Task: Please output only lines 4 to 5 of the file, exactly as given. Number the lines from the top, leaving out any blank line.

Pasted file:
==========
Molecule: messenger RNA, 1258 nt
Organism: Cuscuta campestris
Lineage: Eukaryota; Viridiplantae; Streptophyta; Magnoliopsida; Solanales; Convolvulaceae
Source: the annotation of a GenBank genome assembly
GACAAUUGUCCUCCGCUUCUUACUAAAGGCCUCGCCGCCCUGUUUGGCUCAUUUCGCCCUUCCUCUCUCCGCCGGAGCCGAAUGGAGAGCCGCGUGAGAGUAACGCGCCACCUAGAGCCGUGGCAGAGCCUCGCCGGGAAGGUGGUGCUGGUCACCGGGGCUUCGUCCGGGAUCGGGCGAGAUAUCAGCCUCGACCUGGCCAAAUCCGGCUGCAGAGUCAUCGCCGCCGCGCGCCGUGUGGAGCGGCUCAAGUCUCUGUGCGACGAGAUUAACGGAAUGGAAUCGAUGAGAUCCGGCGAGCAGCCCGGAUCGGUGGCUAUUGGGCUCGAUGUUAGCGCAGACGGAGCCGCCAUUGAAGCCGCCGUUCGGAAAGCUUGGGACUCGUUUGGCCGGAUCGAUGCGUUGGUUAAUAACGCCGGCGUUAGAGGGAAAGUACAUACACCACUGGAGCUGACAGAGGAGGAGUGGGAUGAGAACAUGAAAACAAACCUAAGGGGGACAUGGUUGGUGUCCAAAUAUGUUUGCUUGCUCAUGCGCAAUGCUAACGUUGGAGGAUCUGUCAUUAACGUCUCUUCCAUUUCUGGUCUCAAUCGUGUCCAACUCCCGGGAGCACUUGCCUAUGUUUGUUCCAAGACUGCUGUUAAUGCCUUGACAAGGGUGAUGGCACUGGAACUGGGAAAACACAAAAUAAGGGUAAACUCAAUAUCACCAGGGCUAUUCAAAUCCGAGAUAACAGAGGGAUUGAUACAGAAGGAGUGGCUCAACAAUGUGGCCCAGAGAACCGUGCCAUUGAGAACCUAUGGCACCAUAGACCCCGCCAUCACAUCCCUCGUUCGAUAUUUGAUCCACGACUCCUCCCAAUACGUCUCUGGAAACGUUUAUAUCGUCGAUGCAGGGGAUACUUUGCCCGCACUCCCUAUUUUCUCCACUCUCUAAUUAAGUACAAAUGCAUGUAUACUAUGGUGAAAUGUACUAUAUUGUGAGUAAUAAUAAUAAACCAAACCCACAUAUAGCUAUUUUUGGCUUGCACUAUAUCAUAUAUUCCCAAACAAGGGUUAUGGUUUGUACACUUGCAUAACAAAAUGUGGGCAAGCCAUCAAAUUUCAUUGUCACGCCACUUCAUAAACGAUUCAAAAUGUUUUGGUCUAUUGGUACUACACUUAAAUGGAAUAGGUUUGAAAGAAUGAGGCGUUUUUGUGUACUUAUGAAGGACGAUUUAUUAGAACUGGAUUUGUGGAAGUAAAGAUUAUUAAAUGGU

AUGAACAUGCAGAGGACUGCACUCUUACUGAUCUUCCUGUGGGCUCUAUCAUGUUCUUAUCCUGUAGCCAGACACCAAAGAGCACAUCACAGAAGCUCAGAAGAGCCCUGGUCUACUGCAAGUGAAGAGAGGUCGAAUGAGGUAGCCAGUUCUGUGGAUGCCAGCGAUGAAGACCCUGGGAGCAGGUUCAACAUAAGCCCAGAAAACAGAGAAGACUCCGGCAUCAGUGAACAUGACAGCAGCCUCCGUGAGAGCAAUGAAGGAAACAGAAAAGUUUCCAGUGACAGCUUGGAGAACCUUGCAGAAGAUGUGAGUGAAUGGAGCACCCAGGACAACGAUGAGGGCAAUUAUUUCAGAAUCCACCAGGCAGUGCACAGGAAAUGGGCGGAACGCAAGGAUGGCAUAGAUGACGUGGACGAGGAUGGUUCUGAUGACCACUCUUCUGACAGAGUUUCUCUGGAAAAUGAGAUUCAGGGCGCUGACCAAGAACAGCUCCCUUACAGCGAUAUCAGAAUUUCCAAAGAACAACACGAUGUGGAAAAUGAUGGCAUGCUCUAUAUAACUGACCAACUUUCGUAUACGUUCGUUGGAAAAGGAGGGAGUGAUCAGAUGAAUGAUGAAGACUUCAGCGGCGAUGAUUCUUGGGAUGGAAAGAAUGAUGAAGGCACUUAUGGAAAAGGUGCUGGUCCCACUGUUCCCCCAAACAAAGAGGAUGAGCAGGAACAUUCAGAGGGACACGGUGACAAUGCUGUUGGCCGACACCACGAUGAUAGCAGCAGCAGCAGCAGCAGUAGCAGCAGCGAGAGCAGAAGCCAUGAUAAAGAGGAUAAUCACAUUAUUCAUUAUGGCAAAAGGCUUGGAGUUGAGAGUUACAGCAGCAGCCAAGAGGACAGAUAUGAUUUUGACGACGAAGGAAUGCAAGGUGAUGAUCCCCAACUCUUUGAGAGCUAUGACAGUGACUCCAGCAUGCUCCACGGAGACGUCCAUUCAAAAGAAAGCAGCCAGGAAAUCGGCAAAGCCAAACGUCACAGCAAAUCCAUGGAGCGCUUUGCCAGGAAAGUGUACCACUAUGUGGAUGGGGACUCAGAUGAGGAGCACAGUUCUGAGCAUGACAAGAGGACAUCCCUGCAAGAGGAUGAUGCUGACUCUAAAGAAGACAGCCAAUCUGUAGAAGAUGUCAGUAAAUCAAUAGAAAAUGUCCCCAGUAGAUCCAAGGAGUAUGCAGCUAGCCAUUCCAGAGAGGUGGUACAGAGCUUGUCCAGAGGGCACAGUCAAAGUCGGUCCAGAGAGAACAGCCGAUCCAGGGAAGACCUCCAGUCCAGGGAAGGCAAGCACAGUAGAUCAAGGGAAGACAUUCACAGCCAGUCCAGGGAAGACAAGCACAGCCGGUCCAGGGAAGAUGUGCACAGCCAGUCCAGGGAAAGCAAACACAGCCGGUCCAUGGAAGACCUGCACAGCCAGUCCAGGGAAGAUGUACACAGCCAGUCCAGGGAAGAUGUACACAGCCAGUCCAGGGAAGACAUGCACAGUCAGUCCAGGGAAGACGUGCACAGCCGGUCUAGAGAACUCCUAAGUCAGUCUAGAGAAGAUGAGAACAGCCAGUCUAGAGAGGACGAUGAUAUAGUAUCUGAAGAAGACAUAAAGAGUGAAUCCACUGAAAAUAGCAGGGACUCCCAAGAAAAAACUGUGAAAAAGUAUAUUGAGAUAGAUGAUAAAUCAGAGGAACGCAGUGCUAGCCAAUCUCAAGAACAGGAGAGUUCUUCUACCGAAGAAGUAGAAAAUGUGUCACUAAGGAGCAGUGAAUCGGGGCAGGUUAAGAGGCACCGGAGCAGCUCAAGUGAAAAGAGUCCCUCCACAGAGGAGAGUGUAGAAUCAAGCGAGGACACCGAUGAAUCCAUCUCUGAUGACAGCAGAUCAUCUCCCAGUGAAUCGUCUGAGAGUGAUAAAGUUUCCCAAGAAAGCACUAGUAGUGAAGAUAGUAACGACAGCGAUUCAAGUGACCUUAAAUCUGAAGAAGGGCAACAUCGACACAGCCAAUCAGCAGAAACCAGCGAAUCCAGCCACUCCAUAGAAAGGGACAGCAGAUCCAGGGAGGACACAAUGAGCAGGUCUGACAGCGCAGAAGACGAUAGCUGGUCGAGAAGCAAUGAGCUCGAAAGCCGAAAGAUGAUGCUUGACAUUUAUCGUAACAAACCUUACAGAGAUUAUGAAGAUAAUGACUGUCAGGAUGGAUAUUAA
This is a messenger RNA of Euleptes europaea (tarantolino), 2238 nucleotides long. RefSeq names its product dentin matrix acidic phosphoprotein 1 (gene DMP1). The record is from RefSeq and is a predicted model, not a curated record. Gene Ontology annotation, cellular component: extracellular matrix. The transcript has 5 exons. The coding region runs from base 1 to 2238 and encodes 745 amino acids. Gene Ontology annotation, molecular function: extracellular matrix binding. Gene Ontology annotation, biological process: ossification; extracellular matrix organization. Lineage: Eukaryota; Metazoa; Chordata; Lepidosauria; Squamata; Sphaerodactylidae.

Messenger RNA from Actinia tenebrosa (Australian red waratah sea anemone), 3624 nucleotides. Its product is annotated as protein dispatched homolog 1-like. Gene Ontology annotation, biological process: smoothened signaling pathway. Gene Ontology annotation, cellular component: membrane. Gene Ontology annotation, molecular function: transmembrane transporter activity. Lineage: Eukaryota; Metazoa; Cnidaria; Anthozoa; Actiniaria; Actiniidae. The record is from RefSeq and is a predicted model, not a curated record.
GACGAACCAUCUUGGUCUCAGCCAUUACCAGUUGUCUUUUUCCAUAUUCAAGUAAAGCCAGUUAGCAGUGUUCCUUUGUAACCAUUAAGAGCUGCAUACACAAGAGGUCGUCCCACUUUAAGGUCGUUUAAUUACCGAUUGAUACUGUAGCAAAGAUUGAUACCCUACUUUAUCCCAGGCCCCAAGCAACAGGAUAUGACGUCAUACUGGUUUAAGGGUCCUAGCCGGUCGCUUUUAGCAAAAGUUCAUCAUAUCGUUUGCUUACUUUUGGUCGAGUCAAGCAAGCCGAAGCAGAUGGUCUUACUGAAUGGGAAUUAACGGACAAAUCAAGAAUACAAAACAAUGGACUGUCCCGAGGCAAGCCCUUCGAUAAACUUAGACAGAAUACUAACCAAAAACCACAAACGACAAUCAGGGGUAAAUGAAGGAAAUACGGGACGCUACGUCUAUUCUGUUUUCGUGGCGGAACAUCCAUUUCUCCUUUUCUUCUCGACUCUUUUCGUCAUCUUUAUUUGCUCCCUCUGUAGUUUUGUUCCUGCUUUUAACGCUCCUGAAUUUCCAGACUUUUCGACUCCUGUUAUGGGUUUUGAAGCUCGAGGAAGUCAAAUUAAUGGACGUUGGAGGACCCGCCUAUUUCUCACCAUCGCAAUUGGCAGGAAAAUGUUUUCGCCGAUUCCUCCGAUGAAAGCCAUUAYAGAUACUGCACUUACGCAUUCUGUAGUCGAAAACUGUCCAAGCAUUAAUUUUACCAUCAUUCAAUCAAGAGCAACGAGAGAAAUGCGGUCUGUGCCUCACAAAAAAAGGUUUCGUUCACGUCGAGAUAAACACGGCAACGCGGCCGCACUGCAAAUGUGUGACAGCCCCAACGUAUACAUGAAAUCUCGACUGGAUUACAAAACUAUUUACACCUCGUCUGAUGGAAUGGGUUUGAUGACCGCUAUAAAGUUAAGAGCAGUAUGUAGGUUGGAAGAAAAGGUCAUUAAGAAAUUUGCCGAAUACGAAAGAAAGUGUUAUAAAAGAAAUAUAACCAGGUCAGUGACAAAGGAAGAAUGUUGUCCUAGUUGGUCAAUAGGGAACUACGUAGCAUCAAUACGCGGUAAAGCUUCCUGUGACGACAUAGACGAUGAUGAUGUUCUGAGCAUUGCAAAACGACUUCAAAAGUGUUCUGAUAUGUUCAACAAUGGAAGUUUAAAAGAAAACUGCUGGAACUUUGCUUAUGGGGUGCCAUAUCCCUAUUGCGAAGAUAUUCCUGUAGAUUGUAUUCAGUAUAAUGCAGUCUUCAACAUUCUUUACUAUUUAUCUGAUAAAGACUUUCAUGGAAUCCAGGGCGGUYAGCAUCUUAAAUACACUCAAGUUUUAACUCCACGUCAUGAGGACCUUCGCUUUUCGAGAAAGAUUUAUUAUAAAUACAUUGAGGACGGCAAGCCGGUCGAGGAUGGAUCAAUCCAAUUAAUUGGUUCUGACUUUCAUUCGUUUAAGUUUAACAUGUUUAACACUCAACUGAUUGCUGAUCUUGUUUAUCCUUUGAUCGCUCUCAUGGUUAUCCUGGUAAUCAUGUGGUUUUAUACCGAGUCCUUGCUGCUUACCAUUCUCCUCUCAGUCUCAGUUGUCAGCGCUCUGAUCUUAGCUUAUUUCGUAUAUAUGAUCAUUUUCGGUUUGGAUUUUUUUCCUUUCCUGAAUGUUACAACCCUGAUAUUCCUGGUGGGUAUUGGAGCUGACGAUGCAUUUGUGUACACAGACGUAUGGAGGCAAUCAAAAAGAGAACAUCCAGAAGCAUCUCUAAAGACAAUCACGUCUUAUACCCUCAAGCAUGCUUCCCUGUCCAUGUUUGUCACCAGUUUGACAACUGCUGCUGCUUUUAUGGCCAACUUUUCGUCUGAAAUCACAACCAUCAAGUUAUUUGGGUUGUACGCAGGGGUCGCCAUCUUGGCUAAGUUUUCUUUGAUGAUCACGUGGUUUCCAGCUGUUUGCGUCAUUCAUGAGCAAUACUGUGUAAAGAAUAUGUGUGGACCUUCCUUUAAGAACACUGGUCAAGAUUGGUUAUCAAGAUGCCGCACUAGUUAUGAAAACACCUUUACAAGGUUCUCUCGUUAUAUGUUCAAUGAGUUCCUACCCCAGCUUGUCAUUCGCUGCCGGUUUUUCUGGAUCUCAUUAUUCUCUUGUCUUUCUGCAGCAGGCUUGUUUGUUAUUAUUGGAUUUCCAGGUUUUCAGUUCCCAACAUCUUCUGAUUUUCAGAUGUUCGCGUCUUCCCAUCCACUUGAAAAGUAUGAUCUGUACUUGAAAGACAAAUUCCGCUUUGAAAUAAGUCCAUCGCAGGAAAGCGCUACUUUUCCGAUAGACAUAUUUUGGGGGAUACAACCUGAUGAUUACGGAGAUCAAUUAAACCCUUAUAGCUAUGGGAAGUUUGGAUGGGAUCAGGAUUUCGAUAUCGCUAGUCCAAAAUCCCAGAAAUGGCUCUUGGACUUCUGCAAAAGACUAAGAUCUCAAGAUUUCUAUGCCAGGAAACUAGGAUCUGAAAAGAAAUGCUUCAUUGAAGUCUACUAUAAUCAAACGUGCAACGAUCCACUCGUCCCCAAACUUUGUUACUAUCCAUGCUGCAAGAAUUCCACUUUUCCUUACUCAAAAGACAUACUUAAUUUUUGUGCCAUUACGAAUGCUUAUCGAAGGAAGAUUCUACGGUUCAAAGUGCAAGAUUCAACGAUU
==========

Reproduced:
Source: the annotation of a GenBank genome assembly
GACAAUUGUCCUCCGCUUCUUACUAAAGGCCUCGCCGCCCUGUUUGGCUCAUUUCGCCCUUCCUCUCUCCGCCGGAGCCGAAUGGAGAGCCGCGUGAGAGUAACGCGCCACCUAGAGCCGUGGCAGAGCCUCGCCGGGAAGGUGGUGCUGGUCACCGGGGCUUCGUCCGGGAUCGGGCGAGAUAUCAGCCUCGACCUGGCCAAAUCCGGCUGCAGAGUCAUCGCCGCCGCGCGCCGUGUGGAGCGGCUCAAGUCUCUGUGCGACGAGAUUAACGGAAUGGAAUCGAUGAGAUCCGGCGAGCAGCCCGGAUCGGUGGCUAUUGGGCUCGAUGUUAGCGCAGACGGAGCCGCCAUUGAAGCCGCCGUUCGGAAAGCUUGGGACUCGUUUGGCCGGAUCGAUGCGUUGGUUAAUAACGCCGGCGUUAGAGGGAAAGUACAUACACCACUGGAGCUGACAGAGGAGGAGUGGGAUGAGAACAUGAAAACAAACCUAAGGGGGACAUGGUUGGUGUCCAAAUAUGUUUGCUUGCUCAUGCGCAAUGCUAACGUUGGAGGAUCUGUCAUUAACGUCUCUUCCAUUUCUGGUCUCAAUCGUGUCCAACUCCCGGGAGCACUUGCCUAUGUUUGUUCCAAGACUGCUGUUAAUGCCUUGACAAGGGUGAUGGCACUGGAACUGGGAAAACACAAAAUAAGGGUAAACUCAAUAUCACCAGGGCUAUUCAAAUCCGAGAUAACAGAGGGAUUGAUACAGAAGGAGUGGCUCAACAAUGUGGCCCAGAGAACCGUGCCAUUGAGAACCUAUGGCACCAUAGACCCCGCCAUCACAUCCCUCGUUCGAUAUUUGAUCCACGACUCCUCCCAAUACGUCUCUGGAAACGUUUAUAUCGUCGAUGCAGGGGAUACUUUGCCCGCACUCCCUAUUUUCUCCACUCUCUAAUUAAGUACAAAUGCAUGUAUACUAUGGUGAAAUGUACUAUAUUGUGAGUAAUAAUAAUAAACCAAACCCACAUAUAGCUAUUUUUGGCUUGCACUAUAUCAUAUAUUCCCAAACAAGGGUUAUGGUUUGUACACUUGCAUAACAAAAUGUGGGCAAGCCAUCAAAUUUCAUUGUCACGCCACUUCAUAAACGAUUCAAAAUGUUUUGGUCUAUUGGUACUACACUUAAAUGGAAUAGGUUUGAAAGAAUGAGGCGUUUUUGUGUACUUAUGAAGGACGAUUUAUUAGAACUGGAUUUGUGGAAGUAAAGAUUAUUAAAUGGU